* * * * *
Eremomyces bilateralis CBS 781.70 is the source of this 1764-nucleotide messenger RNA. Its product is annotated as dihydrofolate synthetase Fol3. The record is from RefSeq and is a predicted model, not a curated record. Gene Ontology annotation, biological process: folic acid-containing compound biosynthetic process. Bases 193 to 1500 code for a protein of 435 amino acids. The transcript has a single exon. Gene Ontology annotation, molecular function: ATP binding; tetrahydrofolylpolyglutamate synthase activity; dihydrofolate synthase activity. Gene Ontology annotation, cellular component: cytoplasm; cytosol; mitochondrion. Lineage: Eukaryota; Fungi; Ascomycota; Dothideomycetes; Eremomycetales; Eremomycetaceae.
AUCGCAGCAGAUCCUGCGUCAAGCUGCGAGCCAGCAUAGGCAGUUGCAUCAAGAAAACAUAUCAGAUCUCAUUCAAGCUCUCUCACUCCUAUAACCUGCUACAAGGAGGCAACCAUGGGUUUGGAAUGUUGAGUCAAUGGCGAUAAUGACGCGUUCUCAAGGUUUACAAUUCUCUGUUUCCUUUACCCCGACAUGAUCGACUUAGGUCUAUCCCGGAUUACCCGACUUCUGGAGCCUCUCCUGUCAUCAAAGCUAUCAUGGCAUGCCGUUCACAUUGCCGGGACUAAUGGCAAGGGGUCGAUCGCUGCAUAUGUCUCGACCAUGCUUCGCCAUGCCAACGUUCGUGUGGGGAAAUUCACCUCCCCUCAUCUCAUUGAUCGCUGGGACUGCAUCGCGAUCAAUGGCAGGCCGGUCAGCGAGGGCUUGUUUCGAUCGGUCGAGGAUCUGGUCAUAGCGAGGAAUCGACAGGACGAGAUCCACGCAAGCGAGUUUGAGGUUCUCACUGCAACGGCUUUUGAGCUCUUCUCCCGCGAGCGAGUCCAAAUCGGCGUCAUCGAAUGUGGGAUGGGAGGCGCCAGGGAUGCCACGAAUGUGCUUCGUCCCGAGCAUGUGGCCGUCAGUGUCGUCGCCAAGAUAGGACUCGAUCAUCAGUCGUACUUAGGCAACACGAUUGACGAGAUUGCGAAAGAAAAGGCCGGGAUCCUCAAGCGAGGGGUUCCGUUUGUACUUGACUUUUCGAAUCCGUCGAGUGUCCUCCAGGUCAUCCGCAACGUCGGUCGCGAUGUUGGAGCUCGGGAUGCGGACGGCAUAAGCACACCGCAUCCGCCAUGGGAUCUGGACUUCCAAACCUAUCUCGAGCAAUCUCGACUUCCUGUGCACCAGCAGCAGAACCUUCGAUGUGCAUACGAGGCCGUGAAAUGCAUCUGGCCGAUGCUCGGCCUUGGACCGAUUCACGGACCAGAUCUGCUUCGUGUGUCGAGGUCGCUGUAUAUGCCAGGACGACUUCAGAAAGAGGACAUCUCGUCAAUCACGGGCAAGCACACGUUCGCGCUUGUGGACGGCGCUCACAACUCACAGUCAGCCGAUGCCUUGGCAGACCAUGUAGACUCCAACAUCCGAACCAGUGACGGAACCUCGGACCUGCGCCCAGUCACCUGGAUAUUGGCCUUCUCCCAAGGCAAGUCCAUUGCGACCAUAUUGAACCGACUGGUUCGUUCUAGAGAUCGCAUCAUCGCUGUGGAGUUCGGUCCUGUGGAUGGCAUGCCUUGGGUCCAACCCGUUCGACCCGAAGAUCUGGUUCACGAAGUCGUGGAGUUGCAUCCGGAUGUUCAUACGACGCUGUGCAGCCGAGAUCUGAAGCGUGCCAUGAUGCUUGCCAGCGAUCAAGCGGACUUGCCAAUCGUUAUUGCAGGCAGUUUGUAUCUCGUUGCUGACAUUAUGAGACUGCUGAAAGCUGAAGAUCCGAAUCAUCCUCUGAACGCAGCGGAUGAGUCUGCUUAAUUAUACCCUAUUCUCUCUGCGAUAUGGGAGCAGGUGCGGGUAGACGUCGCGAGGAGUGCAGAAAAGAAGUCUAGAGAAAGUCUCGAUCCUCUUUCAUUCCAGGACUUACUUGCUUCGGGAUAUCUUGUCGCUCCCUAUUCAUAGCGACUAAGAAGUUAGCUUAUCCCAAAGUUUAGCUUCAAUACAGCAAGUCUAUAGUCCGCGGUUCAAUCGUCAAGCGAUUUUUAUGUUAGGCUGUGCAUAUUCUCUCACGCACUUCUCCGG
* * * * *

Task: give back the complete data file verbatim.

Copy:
Eremomyces bilateralis CBS 781.70 is the source of this 1764-nucleotide messenger RNA. Its product is annotated as dihydrofolate synthetase Fol3. The record is from RefSeq and is a predicted model, not a curated record. Gene Ontology annotation, biological process: folic acid-containing compound biosynthetic process. Bases 193 to 1500 code for a protein of 435 amino acids. The transcript has a single exon. Gene Ontology annotation, molecular function: ATP binding; tetrahydrofolylpolyglutamate synthase activity; dihydrofolate synthase activity. Gene Ontology annotation, cellular component: cytoplasm; cytosol; mitochondrion. Lineage: Eukaryota; Fungi; Ascomycota; Dothideomycetes; Eremomycetales; Eremomycetaceae.
AUCGCAGCAGAUCCUGCGUCAAGCUGCGAGCCAGCAUAGGCAGUUGCAUCAAGAAAACAUAUCAGAUCUCAUUCAAGCUCUCUCACUCCUAUAACCUGCUACAAGGAGGCAACCAUGGGUUUGGAAUGUUGAGUCAAUGGCGAUAAUGACGCGUUCUCAAGGUUUACAAUUCUCUGUUUCCUUUACCCCGACAUGAUCGACUUAGGUCUAUCCCGGAUUACCCGACUUCUGGAGCCUCUCCUGUCAUCAAAGCUAUCAUGGCAUGCCGUUCACAUUGCCGGGACUAAUGGCAAGGGGUCGAUCGCUGCAUAUGUCUCGACCAUGCUUCGCCAUGCCAACGUUCGUGUGGGGAAAUUCACCUCCCCUCAUCUCAUUGAUCGCUGGGACUGCAUCGCGAUCAAUGGCAGGCCGGUCAGCGAGGGCUUGUUUCGAUCGGUCGAGGAUCUGGUCAUAGCGAGGAAUCGACAGGACGAGAUCCACGCAAGCGAGUUUGAGGUUCUCACUGCAACGGCUUUUGAGCUCUUCUCCCGCGAGCGAGUCCAAAUCGGCGUCAUCGAAUGUGGGAUGGGAGGCGCCAGGGAUGCCACGAAUGUGCUUCGUCCCGAGCAUGUGGCCGUCAGUGUCGUCGCCAAGAUAGGACUCGAUCAUCAGUCGUACUUAGGCAACACGAUUGACGAGAUUGCGAAAGAAAAGGCCGGGAUCCUCAAGCGAGGGGUUCCGUUUGUACUUGACUUUUCGAAUCCGUCGAGUGUCCUCCAGGUCAUCCGCAACGUCGGUCGCGAUGUUGGAGCUCGGGAUGCGGACGGCAUAAGCACACCGCAUCCGCCAUGGGAUCUGGACUUCCAAACCUAUCUCGAGCAAUCUCGACUUCCUGUGCACCAGCAGCAGAACCUUCGAUGUGCAUACGAGGCCGUGAAAUGCAUCUGGCCGAUGCUCGGCCUUGGACCGAUUCACGGACCAGAUCUGCUUCGUGUGUCGAGGUCGCUGUAUAUGCCAGGACGACUUCAGAAAGAGGACAUCUCGUCAAUCACGGGCAAGCACACGUUCGCGCUUGUGGACGGCGCUCACAACUCACAGUCAGCCGAUGCCUUGGCAGACCAUGUAGACUCCAACAUCCGAACCAGUGACGGAACCUCGGACCUGCGCCCAGUCACCUGGAUAUUGGCCUUCUCCCAAGGCAAGUCCAUUGCGACCAUAUUGAACCGACUGGUUCGUUCUAGAGAUCGCAUCAUCGCUGUGGAGUUCGGUCCUGUGGAUGGCAUGCCUUGGGUCCAACCCGUUCGACCCGAAGAUCUGGUUCACGAAGUCGUGGAGUUGCAUCCGGAUGUUCAUACGACGCUGUGCAGCCGAGAUCUGAAGCGUGCCAUGAUGCUUGCCAGCGAUCAAGCGGACUUGCCAAUCGUUAUUGCAGGCAGUUUGUAUCUCGUUGCUGACAUUAUGAGACUGCUGAAAGCUGAAGAUCCGAAUCAUCCUCUGAACGCAGCGGAUGAGUCUGCUUAAUUAUACCCUAUUCUCUCUGCGAUAUGGGAGCAGGUGCGGGUAGACGUCGCGAGGAGUGCAGAAAAGAAGUCUAGAGAAAGUCUCGAUCCUCUUUCAUUCCAGGACUUACUUGCUUCGGGAUAUCUUGUCGCUCCCUAUUCAUAGCGACUAAGAAGUUAGCUUAUCCCAAAGUUUAGCUUCAAUACAGCAAGUCUAUAGUCCGCGGUUCAAUCGUCAAGCGAUUUUUAUGUUAGGCUGUGCAUAUUCUCUCACGCACUUCUCCGG